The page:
One of the biggest mistakes I ever made in business was yanking away a solid company bonus structure. For several years, as CEO and sole shareholder, I’d created a structure based on company performance: 20% of all profits would be shared with everyone shared equally regardless of position or salary. There was no “entitlements” in this model, and if we made little profit, little was shared. I communicated monthly numbers with the team, and each team member held plenty of sway over spending and and knowledge of profits.
I remember a time when I announced that I’d be looking to hire another team member to ease the team workload. The silence was suddenly broken, when one of the employees spoke up. “Hey Dave, if we hired this new person, we’re going to have to split the profits with another person, right?”
“Right”, I said. “Then thanks for thinking of us, but we’re OK for now”.
Interestingly, the year after we implemented this bonus structure, and for four years even through the Great Recession, our profits grew every year by 20-30%.
Then the wheels fell off.
Upon a business merge, I was convinced to replace our collective bonus structure with individual bonuses. Ok, “convinced” sounds like they forced me at the point of a gun to change the model. I was part of the ownership that agreed to implement it.
The bonuses were based on individual metrics, and unrelated – at least directly – with company profits. The individuals could have made more money through this individual system.
Within the year, our company profit plummeted, followed by an employee turnover increase of over 50% over the next two years. You may think that at least the star performers remained, but this was not the case. Many good people who exhibited our core values and were good at their jobs left, too. Ouch.
I didn’t realize this at the time, but as a leader, it was my job to foster and encourage team identity. By taking what was a collective bonus and replacing it with individual bonuses, we began to realize that the culture shifted from “us” to “me”. No longer did team members have to collaborate to succeed. Plus, there was no incentive for individuals to look out for the best interest of the company.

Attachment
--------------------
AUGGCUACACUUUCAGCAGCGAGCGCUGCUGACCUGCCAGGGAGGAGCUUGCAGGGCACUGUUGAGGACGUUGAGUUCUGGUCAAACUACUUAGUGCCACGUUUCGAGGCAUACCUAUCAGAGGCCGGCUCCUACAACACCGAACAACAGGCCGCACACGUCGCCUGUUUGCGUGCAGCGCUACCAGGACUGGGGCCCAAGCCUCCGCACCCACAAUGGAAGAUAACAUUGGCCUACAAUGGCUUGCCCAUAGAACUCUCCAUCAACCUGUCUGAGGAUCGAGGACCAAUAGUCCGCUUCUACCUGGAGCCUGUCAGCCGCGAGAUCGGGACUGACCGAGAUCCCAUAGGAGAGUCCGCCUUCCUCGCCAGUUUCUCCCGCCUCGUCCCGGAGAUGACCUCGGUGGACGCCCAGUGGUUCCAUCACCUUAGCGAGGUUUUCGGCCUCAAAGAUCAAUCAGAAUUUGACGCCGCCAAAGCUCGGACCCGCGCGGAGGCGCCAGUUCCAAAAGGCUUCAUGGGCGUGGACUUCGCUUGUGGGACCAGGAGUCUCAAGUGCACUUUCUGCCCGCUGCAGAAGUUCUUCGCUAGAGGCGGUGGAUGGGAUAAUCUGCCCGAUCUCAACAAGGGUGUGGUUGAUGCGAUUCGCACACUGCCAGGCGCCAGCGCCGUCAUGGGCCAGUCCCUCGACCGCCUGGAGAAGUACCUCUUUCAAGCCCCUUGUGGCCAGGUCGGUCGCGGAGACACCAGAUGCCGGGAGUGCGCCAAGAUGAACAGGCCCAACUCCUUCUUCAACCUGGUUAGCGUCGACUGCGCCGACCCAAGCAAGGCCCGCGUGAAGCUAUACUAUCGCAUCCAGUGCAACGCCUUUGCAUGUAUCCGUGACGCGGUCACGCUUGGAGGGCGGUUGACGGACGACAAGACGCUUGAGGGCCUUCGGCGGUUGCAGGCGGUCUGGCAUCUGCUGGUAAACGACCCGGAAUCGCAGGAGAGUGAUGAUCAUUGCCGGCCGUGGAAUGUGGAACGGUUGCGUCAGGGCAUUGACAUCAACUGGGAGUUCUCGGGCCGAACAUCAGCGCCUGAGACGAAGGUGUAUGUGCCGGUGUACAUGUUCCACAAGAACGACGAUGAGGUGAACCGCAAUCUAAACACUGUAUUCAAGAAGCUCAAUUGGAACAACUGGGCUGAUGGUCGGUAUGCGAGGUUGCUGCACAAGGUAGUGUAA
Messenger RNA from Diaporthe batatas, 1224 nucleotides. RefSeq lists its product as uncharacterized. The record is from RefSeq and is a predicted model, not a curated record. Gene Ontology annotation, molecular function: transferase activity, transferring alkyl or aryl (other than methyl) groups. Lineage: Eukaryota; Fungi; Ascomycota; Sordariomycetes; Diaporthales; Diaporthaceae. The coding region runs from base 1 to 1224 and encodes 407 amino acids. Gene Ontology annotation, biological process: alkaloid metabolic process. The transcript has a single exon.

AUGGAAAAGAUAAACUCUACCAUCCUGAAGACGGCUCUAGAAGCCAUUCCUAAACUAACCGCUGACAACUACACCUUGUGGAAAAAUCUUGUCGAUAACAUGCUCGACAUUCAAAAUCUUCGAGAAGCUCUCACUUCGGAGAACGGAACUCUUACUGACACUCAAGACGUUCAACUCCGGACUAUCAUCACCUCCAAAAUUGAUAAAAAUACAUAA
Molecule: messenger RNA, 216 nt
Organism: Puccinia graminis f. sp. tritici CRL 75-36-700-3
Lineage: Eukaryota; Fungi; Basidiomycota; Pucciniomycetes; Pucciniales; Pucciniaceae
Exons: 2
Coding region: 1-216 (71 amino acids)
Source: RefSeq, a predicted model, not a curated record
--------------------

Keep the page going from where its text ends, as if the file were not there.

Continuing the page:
A silver lining – we began to implement EOS, The Entrepreneurial Operating System ®.
Luckily, we discovered and began to implement EOS, short for the Entrepreneurial Operating System®, a simple and quick to implement business system for entrepreneurial companies, that builds healthy and smart teams, in order to have clarity, alignment and focus.
During t EOS Process, we were able to flush out the real issue and recognize that it is important to hire the right people, AND to reward them the right way, too. We set company goals, shared them, then worked weekly, monthly and quarterly towards those goals. We created a few weekly company metrics, and then set related individual metrics for each individual, then gave them the tools and accountability to reach them. We rewarded both the individual and the collective group. Profits soared once again.
Individual AND Collective Bonuses
Research shows that even selfish individuals become cooperative — and possibly altruistic — when they feel that they’re part of a group. So how do you strengthen your team’s identity and help grow profits again?
According to the study performed by Jay Van Bavel and Dominic Packer in Harvard Business Review article The Problem with Rewarding Individual Performers:
Reward behavior that advances the goals of the group, rather than the individual. Offer your team bonuses, recognition, raises, flexibility, and opportunities based on the entire group’s performance. To avoid free-riding, individual rewards should be given to individuals who make important contributions to the team’s success. This rewards indispensable team members — the unsung heroes who work late, cover for colleagues, and enhance the success of the group. Combining individual and collective rewards ensures that individual members are encouraged and motivated to pursue the team’s goals and help the team succeed.